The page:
December 8, 2016

Climate Change Increasing Vibrio Infections

A study published in Proceedings of the National Academy of Sciences has found that climate change is increasing the incidence of Vibrio infections in the United States. Long term ecological data analysis has found that climate change is affecting marine animal, plant, and fungi populations.

Oysters on Plate

Marine prokaryotes (single celled organisms), the largest living biomass in the world’s oceans, play a fundamental role in maintaining life on the planet. Evidence has been found that, for the first time, provides a link between climate variability in the North Atlantic and the presence and spread of marine Vibrios, one of the ocean’s prokaryotes. Several species of Vibrio bacteria are responsible for infections in animals and humans.

Humans acquire Vibrio infections by eating raw or undercooked oysters or other seafood, or by swimming in contaminated water or by drinking that water. Some of the species of Vibrio that cause illness, V. vulnificus, V. alginolyticus, and V. parahaemolyticus, live in salt water and brackish water and live in plankton. Another type of Vibrio bacteria, V. cholerae, causes cholera.

The scientists used archived plankton samples collected by the Continuous Plankton Recorder survey from 1958 to 2011 and assessed the abundance of vibrios, including those that are pathogenic to people, in nine areas of the North Atlantic and the North Sea. There was a correlation with climate change and plankton number changes.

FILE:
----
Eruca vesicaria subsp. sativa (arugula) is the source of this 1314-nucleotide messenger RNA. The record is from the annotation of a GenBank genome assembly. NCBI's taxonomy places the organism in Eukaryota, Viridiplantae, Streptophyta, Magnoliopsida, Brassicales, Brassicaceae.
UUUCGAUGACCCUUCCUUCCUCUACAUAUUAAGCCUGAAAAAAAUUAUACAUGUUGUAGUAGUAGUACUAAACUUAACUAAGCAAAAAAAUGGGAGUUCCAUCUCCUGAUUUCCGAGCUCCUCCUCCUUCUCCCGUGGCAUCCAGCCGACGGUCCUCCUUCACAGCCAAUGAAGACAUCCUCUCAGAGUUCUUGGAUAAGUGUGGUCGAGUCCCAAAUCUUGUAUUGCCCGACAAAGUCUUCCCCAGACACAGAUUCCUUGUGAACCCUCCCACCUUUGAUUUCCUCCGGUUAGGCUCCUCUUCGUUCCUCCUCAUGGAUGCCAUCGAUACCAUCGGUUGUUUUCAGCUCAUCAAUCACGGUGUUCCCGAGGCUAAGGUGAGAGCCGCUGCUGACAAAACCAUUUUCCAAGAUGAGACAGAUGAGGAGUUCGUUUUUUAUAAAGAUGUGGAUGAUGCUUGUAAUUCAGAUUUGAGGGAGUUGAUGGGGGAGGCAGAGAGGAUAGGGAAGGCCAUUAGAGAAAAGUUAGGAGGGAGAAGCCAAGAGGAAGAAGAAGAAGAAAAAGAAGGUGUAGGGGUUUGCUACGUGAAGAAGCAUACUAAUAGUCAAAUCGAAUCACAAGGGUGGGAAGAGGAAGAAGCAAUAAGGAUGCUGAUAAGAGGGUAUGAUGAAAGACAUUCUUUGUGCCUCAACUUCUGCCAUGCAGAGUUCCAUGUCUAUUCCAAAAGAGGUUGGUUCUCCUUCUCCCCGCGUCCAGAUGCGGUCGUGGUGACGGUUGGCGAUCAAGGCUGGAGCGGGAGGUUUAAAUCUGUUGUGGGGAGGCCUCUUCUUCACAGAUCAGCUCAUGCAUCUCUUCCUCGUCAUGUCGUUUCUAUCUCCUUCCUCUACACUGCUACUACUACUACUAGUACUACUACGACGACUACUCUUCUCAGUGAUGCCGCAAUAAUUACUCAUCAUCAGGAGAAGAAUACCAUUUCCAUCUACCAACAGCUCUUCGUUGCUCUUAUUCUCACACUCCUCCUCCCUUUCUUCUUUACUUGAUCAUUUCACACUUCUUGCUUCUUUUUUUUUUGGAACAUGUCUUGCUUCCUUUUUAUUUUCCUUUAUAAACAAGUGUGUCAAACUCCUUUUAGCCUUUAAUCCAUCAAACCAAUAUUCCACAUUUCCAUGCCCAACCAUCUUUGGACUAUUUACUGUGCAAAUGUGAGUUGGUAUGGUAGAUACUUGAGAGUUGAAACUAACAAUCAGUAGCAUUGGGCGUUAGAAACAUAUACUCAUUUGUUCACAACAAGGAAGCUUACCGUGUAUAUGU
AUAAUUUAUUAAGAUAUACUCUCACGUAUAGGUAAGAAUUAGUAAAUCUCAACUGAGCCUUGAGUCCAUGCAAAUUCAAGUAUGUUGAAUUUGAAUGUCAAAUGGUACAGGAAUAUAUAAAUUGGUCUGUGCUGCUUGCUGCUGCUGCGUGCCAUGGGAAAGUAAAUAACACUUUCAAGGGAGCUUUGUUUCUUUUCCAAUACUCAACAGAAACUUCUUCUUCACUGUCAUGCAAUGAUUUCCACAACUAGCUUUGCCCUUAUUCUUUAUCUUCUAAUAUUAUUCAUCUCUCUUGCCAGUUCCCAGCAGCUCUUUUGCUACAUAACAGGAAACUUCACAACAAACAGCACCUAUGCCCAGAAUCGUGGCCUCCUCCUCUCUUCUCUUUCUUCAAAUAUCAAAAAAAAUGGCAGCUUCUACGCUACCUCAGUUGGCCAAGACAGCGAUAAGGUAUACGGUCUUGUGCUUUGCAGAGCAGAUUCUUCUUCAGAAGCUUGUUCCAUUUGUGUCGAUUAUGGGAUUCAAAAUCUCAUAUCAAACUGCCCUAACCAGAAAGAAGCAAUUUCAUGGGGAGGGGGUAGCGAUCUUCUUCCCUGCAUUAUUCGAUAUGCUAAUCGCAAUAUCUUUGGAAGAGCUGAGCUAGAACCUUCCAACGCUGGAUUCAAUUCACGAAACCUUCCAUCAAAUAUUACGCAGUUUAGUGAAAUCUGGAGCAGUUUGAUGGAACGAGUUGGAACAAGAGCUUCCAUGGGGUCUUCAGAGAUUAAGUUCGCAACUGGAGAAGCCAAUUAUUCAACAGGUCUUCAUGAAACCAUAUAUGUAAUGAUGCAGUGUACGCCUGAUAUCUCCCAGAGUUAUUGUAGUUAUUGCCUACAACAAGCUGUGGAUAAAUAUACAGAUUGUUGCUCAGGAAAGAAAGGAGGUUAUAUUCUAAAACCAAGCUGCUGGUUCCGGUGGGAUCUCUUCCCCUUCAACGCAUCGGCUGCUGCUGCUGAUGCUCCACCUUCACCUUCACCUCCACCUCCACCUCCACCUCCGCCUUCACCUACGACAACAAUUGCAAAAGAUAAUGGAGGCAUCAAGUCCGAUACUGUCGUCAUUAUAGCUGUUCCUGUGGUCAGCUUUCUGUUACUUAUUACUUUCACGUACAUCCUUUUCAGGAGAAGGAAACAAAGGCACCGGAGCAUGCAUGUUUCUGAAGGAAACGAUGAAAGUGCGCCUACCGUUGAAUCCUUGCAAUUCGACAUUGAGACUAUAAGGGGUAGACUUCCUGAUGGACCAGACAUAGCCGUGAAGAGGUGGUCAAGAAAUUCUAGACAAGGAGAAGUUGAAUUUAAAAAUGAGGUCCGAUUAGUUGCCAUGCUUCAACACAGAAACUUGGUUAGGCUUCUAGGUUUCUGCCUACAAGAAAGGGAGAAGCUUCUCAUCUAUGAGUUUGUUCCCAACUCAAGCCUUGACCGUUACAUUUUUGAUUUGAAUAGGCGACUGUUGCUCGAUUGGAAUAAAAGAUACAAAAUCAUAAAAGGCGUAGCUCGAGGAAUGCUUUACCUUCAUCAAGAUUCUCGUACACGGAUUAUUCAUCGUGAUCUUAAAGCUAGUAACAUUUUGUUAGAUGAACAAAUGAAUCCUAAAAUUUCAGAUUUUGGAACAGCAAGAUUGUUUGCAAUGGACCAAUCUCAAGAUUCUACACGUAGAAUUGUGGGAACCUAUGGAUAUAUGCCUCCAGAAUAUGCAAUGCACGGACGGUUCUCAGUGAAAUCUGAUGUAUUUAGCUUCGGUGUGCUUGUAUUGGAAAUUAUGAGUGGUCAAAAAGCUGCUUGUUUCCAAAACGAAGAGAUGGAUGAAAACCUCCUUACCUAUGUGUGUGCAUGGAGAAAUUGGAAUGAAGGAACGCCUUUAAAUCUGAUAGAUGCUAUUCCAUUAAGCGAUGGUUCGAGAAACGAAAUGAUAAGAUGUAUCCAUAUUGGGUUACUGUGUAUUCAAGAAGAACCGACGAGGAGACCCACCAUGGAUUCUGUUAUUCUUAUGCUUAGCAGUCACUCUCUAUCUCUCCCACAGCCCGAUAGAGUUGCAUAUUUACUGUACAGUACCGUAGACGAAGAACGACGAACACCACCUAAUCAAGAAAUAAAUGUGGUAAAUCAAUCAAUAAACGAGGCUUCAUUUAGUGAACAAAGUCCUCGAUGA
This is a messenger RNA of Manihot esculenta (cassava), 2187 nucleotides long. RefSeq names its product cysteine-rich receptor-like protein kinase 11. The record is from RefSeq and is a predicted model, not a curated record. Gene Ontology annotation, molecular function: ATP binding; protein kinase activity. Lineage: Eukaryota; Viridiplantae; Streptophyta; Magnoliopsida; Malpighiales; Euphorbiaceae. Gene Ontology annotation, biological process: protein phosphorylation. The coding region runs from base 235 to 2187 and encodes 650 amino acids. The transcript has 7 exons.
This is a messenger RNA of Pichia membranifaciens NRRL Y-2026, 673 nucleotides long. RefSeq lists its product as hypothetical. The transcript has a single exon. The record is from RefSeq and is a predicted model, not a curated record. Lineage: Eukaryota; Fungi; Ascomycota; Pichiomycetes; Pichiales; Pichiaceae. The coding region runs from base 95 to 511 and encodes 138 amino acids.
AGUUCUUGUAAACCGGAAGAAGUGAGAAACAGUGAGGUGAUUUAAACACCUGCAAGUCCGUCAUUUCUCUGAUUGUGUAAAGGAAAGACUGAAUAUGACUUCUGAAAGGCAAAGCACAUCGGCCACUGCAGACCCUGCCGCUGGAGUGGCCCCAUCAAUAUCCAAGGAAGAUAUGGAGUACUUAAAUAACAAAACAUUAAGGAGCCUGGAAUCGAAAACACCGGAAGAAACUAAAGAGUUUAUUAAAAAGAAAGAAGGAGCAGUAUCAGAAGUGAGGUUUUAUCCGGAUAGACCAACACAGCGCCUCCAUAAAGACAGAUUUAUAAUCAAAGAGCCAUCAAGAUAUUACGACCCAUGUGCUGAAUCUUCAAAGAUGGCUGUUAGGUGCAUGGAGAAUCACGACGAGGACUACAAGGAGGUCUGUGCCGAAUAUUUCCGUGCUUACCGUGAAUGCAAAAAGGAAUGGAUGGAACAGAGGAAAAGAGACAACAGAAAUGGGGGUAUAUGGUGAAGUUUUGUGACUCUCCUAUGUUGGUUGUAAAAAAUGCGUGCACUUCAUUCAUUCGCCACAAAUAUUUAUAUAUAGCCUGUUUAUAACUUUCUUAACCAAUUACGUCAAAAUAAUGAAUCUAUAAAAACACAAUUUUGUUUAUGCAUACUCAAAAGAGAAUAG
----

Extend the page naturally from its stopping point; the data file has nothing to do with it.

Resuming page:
Plankton nourish Vibrio species, then oysters and other shellfish ingest the plankton and become contaminated. When people eat raw oysters or oysters that are not thoroughly cooked, they can become ill.

The study states that “long term increase in Vibrio abundance is promoted by increasing sea surface temperature (up to about 1.5°C in the past 43 years) and is positively correlated with the North Hemispheric Temperature and Atlantic Multidecadal Oscillation climate indices.” The actual number of Vibrio bacteria were not measured in the study, but its relative abundance of Vibrio levels in plankton was measured.

There has been an “unprecedented occurrence” of environmentally acquired Vibrio infections in the human population of Northern Europe and the Atlantic Coast of the U.S. in recent years, according to the study. In fact, Vibrio has been found in oysters harvested in the cold waters off Alaska, which is unprecedented.

Lab-confirmed Vibrio infections in the U.S. have increased from about 390 a year on average in the late 1990s to 1,030 recently. And most cases aren’t confirmed and reported to authorities, so those numbers are most likely much higher. About 100 people die from Vibrio infections in the United States every year. Most Vibrio cases occur in the warmer months from May through October.

To avoid acquiring a Vibrio infection, pay attention to warnings that are posted on various government websites about Vibrio in the water where you may swim or harvest shellfish. Don’t eat raw or undercooked shellfish. Wash your hands with soap and water after you handle raw shellfish, and keep raw seafood away from cooked shellfish and other foods that are eaten raw.

Don’t swim in areas that are under Vibrio warnings. If you do swim in salt water, stay out of the water if you have a wound. Wash any cut or wound with soap and water if exposed to sea water. And if you do develop a skin infection after being in contact with raw shellfish or swimming in salt or brackish water, see a doctor.

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